CD 5 Finds a New Home for Our Furry Friends
Councilmember Koretz and his staff were delighted to work with the Westside German Shepherd Rescue in obtaining permits for a new adoption and care center in West Los Angeles. The center found a new home within the industrial portion of the 5th Council District, and will build a state-of-the-art facility for dogs desperately in need of care and new homes. The 11,185 square foot facility will include individual kennels, training and exercise areas, veterinary facilities, puppy rooms and offices. The Councilmember and his staff helped the rescue organization navigate the City Planning and permitting system, supported its application at the Zoning Administrator hearing and will be helping it to prepare for construction.
Westside German Shepherd Rescue is a long-respected no-kill organization that works with city shelters and other organizations to save dogs the shelters are not able to place. Once these dogs are transferred from shelters to the rescue organization, they are cared for by expert veterinarians, trained, and ultimately matched with adoptive families. Over the last ten years the organization has saved and placed thousands of dogs, and even a few cats, into loving homes.
In the current budget environment the work of charitable organizations, such as Westside German Shepherd Rescue, is more critical than ever in partnering with City animal shelters to save animals and improve their lives, while also enriching countless human households.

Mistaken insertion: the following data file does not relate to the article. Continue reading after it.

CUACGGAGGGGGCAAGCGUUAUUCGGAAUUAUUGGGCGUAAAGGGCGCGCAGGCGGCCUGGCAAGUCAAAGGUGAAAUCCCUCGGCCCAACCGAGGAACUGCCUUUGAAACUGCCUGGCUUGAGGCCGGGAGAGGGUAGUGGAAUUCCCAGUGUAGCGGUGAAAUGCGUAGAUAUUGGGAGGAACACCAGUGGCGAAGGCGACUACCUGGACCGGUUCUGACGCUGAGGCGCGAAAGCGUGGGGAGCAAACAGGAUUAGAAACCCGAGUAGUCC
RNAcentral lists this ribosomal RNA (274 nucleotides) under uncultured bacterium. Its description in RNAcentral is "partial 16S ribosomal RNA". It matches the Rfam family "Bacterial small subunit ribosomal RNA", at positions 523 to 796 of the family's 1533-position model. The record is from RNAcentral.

Robin Jampol of Westside German Shepherd Rescue says, “We are very excited about our new care center in West Los Angeles.We appreciate the support of Councilman Koretz in helping make the center a reality. We have been in existence for about 8 years; we are placing about 800 dogs a year to qualified homes. We have always boarded our dogs but finally we are going to have a home of our own. We specialize in German Shepherds, but rescue a variety of herding breeds and mixes. With so many dogs without homes because of the economy, there are more wonderful family dogs looking for another chance. We rescue family dogs with wonderful temperaments but we also rescue dogs with a working drive who have become well-known search and rescue dogs, who are top in their field. We are very proud of our dogs. We are excited about our new facility, but also plan to have outreach programs, especially with school age children. The long-term answer to the tragic situation with too many dogs for the amount of homes has to be ultimately addressed by education. We have a large conference room and will be offering a variety of seminars to people in the area.”
Wedding Bells in CD 5
Congratulations and best wishes to the newlyweds of Council District 5 -- Eric Norton and Liz Sherman. Many of you know Eric Norton, who is one of the mainstays of the CD 5 staff and one of the editors of our newsletter. We wish them many years of joy!